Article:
Study: Green Tea May Prevent Heart Disease

A couple of cups of green tea a day may keep the cardiologist away, a study finds.

The study showed that green tea improves blood flow and the ability of arteries to relax, Charalambos Vlachopoulos, a cardiologist at the Athens Medical School in Greece who worked on the study, told Reuters.

The cardiovascular benefits of all teas — as well as dark chocolate and red wine — are attributed to the flavonoids they contain and their antioxidant activity.

Vlachopoulos said flavonoids in green tea are probably more potent antioxidants than in black tea because green tea does not go through oxidization.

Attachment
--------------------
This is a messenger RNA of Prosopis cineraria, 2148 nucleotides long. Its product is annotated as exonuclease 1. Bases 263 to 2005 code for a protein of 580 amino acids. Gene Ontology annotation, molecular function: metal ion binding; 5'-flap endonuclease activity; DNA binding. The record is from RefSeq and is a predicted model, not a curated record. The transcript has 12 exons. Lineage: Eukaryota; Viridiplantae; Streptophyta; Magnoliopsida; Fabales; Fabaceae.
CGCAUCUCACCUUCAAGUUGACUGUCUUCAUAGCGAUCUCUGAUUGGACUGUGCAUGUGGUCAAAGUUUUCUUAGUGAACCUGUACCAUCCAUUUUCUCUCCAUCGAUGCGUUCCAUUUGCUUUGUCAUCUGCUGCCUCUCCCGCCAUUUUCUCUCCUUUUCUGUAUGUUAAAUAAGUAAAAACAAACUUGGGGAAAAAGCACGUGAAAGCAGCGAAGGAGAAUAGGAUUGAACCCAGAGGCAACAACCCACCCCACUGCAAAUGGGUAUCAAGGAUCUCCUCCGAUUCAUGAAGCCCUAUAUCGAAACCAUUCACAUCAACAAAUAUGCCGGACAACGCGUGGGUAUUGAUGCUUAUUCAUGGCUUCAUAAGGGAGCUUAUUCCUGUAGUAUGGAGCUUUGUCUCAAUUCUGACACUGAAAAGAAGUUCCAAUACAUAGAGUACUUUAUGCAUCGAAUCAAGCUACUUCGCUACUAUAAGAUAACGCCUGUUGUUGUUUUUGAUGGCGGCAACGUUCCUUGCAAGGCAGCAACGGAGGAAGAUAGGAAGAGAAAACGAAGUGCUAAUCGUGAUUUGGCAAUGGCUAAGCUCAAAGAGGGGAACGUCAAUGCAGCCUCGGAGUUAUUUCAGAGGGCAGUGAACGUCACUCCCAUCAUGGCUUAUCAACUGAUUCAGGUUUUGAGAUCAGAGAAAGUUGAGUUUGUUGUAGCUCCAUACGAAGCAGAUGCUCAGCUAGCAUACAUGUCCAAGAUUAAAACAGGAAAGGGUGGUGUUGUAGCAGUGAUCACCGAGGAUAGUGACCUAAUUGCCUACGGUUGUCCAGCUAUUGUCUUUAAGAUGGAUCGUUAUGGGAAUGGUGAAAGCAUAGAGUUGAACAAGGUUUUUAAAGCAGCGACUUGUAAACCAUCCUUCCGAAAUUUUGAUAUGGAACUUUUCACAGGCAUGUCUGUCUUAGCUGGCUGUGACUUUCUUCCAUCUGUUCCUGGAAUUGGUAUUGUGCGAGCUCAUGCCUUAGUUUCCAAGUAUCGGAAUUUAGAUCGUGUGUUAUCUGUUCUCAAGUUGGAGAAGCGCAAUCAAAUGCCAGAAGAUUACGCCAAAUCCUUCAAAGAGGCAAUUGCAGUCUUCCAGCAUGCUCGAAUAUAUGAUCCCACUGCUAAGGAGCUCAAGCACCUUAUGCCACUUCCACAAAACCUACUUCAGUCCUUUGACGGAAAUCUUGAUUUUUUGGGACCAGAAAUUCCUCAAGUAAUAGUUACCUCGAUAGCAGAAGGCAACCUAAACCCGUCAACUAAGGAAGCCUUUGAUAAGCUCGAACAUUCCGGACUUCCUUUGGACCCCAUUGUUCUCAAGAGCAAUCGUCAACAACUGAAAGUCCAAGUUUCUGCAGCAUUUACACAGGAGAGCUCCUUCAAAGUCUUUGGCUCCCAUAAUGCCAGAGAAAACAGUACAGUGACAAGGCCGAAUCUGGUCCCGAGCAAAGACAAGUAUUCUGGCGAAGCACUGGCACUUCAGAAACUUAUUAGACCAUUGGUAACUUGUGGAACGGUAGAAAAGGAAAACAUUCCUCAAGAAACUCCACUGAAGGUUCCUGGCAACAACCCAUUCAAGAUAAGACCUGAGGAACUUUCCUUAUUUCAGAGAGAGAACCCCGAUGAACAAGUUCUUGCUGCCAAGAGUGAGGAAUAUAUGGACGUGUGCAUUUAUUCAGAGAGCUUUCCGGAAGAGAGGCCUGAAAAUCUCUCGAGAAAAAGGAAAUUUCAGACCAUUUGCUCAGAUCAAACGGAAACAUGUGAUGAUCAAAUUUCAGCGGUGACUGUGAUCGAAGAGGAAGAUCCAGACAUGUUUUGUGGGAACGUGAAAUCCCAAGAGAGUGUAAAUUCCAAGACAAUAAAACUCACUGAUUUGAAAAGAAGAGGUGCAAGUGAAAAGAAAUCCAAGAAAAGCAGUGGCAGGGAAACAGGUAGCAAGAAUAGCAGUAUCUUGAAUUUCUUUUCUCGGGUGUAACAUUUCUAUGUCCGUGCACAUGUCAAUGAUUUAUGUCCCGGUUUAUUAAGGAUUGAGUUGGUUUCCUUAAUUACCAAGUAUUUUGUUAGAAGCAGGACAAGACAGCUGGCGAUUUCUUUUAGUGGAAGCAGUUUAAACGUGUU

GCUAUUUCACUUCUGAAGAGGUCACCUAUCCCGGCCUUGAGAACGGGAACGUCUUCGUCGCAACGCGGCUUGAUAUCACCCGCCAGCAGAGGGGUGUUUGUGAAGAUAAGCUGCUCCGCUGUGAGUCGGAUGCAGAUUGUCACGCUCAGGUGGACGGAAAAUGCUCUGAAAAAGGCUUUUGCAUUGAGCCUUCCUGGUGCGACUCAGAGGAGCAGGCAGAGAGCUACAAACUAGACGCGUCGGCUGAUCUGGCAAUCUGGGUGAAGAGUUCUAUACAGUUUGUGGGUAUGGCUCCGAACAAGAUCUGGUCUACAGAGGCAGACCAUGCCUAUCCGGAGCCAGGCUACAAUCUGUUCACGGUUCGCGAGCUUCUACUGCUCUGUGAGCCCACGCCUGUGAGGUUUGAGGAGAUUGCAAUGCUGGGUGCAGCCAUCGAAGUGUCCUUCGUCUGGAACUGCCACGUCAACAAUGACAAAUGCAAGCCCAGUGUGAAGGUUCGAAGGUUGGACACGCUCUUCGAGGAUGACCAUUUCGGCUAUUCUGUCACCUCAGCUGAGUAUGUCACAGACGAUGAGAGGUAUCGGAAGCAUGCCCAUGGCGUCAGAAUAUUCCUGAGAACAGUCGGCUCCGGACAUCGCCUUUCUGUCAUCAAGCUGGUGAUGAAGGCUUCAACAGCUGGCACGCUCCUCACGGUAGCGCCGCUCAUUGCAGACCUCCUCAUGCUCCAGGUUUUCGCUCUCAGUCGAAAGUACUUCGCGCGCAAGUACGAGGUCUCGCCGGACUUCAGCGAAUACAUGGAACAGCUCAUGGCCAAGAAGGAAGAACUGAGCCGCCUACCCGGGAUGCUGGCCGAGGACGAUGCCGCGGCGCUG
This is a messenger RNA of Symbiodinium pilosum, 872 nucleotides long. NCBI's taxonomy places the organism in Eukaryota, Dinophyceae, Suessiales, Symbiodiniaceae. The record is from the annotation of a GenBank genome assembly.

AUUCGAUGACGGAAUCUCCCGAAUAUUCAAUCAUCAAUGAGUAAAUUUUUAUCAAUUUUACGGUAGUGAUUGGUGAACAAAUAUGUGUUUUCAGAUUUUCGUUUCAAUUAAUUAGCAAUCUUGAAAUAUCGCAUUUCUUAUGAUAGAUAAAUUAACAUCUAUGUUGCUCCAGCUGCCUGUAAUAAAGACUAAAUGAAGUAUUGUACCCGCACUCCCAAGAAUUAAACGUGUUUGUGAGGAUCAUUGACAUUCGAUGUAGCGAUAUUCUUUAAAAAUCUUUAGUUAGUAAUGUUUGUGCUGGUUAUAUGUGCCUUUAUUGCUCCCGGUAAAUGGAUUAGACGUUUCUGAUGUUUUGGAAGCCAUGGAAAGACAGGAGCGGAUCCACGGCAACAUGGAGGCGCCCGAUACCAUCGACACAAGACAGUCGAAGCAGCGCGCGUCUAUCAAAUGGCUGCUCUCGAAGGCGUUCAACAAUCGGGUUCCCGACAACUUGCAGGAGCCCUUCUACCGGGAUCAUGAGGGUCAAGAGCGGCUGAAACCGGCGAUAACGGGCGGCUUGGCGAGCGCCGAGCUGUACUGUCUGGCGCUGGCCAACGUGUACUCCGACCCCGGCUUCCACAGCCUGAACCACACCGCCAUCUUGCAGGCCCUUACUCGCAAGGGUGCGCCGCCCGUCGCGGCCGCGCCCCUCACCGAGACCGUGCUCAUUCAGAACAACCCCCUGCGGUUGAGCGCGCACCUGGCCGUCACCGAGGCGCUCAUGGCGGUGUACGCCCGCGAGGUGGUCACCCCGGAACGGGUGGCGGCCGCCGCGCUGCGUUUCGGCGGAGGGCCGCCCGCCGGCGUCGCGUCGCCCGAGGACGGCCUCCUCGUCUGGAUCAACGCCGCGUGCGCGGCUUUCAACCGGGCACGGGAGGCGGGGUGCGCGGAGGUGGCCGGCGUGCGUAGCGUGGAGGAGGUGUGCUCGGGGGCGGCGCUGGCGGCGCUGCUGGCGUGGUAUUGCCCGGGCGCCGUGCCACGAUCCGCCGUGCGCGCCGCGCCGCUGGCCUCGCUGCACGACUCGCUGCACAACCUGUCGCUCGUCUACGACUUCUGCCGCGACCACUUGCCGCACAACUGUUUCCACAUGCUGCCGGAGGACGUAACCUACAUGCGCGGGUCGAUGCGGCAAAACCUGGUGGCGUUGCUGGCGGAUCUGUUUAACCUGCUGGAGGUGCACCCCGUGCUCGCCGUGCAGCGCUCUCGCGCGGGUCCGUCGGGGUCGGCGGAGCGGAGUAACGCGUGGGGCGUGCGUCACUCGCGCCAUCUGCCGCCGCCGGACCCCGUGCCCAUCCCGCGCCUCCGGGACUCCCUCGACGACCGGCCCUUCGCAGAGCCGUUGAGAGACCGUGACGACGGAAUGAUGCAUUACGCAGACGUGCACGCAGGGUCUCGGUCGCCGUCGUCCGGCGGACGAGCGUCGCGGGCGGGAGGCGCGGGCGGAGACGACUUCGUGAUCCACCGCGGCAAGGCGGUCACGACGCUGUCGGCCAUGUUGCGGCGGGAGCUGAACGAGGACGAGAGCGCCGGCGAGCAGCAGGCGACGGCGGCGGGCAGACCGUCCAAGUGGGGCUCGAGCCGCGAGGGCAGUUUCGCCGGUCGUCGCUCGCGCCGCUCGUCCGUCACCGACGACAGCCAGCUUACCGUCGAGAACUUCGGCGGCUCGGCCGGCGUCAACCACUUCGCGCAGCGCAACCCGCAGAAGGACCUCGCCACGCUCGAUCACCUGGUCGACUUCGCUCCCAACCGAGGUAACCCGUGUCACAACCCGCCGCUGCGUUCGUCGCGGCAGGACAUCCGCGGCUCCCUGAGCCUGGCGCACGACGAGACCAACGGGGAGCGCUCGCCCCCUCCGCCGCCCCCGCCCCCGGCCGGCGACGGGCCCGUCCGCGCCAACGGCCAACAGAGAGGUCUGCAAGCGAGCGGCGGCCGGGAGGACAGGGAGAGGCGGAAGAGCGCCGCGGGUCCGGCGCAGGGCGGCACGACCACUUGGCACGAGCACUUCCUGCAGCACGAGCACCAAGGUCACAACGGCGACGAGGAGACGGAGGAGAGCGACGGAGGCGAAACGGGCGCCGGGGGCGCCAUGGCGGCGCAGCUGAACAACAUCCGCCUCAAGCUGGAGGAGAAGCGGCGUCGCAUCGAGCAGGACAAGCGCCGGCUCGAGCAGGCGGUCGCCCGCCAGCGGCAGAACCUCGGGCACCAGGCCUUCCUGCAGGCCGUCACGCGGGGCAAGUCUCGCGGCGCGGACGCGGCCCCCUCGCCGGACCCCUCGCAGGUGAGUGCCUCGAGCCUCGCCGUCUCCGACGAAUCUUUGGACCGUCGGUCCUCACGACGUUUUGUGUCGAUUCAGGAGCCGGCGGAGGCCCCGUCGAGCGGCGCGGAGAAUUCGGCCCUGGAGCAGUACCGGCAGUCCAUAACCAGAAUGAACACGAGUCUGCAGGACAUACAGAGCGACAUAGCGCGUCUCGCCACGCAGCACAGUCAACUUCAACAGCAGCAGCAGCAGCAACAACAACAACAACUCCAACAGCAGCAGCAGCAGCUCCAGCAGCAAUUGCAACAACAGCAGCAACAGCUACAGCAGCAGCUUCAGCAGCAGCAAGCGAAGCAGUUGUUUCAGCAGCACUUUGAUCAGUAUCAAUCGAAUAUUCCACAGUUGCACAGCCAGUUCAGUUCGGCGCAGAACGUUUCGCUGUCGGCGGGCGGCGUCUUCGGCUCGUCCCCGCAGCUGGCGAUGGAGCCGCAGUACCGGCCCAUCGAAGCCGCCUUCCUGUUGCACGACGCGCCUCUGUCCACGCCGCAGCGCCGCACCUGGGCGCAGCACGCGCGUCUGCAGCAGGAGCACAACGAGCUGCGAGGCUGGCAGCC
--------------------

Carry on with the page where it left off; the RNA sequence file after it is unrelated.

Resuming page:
The researchers gave 14 healthy volunteers either green tea, diluted caffeine or hot water on three separate occasions and then measured the function of endothelial cells lining the circulatory system, which help relax arteries and ease blood flow.

Those who drank the green tea had an almost immediate improvement in endothelial function.

"Tea consumption has been associated with reduced cardiovascular morbidity and mortality in several studies," Vlachopoulos said in a news release. "Green tea is consumed less in the Western world than black tea, but it could be more beneficial because of the way it seems to improve endothelial function."

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